FAQ: What Is Asset Alignment?

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what is asset alignment | estate and probate legal group

It’s a common mistake. People often think that once they have written their will or trust, established a Power of Attorney and decided on a health care directive; their estate plan is done. They assume they can do this planning one time and never worry about it again. There are several reasons why this is wrong. For one, your estate plan needs periodic updating. Another reason the belief is false is that they may not have checked to ensure all assets are aligned. Many people may not know about asset alignment.

What Is Asset Alignment?

Asset alignment ensures that all your assets and named beneficiaries align across all areas of your estate plan. One such example is that if you co-own your car with a sibling, you can not leave it to your friend in your will. Since your sibling co-owns the vehicle, ownership of the car would automatically go to them.

That may be an easy example (but definitely one that you need to think about.) Some other, more in-depth examples of ensuring asset alignment are:

  • Revocable Living Trust
    Your assets must be titled to your trust and not in your name. If you have a significant savings account, it cannot simply be in your name; it needs to read “Jane Doe, trustee for the Jane Doe trust, dated January 1st, 2022”.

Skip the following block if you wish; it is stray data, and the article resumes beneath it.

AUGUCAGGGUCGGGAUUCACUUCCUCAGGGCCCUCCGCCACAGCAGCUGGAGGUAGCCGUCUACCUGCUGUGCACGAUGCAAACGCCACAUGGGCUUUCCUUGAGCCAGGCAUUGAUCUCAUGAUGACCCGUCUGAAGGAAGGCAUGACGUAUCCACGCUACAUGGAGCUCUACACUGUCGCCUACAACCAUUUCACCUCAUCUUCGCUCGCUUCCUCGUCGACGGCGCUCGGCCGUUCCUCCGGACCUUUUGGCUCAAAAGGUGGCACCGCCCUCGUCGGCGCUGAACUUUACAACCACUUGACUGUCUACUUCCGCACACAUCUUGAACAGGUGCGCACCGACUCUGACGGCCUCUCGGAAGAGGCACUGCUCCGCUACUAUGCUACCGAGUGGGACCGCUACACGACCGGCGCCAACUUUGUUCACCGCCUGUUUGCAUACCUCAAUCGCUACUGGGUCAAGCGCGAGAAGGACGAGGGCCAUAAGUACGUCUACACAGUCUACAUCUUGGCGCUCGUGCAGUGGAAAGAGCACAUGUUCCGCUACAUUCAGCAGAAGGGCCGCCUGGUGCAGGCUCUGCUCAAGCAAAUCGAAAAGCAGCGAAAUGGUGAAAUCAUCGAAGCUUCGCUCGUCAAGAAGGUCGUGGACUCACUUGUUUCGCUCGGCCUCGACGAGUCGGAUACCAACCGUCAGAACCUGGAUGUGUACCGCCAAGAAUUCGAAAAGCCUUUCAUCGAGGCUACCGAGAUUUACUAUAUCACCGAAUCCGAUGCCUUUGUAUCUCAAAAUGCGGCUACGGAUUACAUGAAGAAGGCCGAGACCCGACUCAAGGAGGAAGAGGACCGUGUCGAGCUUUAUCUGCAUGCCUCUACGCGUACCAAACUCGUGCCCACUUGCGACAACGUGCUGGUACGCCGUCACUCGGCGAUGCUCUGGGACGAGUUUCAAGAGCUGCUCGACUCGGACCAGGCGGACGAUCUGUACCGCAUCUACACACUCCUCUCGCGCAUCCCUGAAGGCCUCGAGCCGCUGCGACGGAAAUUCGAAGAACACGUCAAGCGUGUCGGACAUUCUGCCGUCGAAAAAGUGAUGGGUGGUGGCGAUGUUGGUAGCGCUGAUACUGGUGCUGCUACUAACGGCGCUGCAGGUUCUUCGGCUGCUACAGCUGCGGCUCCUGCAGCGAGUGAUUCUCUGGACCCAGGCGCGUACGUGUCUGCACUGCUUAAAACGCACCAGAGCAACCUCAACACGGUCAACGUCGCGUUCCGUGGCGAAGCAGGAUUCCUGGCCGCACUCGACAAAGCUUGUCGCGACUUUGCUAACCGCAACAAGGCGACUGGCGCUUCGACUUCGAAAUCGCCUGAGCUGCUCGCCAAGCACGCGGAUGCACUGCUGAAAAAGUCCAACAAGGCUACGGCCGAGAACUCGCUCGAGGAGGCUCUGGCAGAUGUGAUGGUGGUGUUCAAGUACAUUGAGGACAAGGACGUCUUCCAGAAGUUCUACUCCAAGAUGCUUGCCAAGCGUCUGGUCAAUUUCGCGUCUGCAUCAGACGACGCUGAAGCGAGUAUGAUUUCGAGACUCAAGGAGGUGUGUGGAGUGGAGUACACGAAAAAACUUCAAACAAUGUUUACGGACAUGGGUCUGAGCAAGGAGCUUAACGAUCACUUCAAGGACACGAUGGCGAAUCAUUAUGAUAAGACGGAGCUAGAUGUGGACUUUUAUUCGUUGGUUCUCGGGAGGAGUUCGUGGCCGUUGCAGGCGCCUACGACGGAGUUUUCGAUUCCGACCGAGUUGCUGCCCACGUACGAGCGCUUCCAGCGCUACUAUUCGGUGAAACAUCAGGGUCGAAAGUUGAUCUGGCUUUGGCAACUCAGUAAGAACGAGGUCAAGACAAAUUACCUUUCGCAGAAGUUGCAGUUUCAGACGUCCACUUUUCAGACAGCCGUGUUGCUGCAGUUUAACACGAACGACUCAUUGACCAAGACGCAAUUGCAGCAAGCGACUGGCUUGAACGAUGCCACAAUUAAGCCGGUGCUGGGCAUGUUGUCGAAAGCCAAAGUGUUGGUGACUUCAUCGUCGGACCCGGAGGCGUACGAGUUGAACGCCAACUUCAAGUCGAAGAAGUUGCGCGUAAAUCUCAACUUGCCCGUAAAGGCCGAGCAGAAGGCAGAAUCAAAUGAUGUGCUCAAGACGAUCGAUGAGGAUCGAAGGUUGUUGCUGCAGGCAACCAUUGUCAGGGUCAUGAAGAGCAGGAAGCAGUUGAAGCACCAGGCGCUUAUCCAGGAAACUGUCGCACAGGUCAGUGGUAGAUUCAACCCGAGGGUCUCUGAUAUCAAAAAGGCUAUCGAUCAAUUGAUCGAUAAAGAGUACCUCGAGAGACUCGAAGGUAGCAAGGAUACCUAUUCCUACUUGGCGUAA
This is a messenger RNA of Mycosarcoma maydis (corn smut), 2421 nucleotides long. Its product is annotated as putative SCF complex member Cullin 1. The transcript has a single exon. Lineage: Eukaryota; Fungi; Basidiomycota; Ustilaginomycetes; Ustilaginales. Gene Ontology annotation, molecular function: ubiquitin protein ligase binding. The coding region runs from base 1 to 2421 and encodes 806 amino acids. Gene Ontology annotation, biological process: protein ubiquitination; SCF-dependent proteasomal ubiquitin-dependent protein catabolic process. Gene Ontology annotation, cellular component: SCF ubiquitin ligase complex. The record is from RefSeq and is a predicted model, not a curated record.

• Divorced
    If your Dissolution of Marriage reads that you will bequeath the family home to your ex-spouse when you die, then that is what you must do. You cannot leave it to someone else in your will.
  • Business Interests
    If you have closely held business interest assets (such as a family-owned business), you must ensure this asset aligns with your will or trust. There may be written restrictions on how your company share is distributed after you are gone.

Your estate may be held up in probate court if there is a conflict regarding the distribution of your assets. This will cost your loved ones time and money while the courts rule on your estate. If your retirement lists your nephew as a beneficiary, it doesn’t matter what the will says; your funds will go to your nephew.

Working With An Attorney

As you can see, establishing an estate plan is not a simple task. Many legal documents must work together to provide a robust solution. You need an experienced estate planning attorney who can understand your unique situation and help you establish a plan that will encompass all your needs and allow all your documents to work together.

Ensuring asset alignment is one of the most important things you can do for your estate plan. Another critical step is to update your plan periodically. Your assets and situations change over time. It’s wise to review and update your estate plan every 3-5 years. It’s good to know that you are never done with an estate plan; it is something you can always change and improve.

Oak Brook Estate Planning Attorneys

Call the Estate and Probate Legal Group to discuss the best strategies for your situation. You do not need to set up your entire estate plan all at one time. Our lawyers at Estate and Probate Legal Group will patiently work with you until your plan is complete. Contact Us today at 630-864-5835.

AREAS WE SERVE: Cook, DuPage, Kane, Lake and Will counties.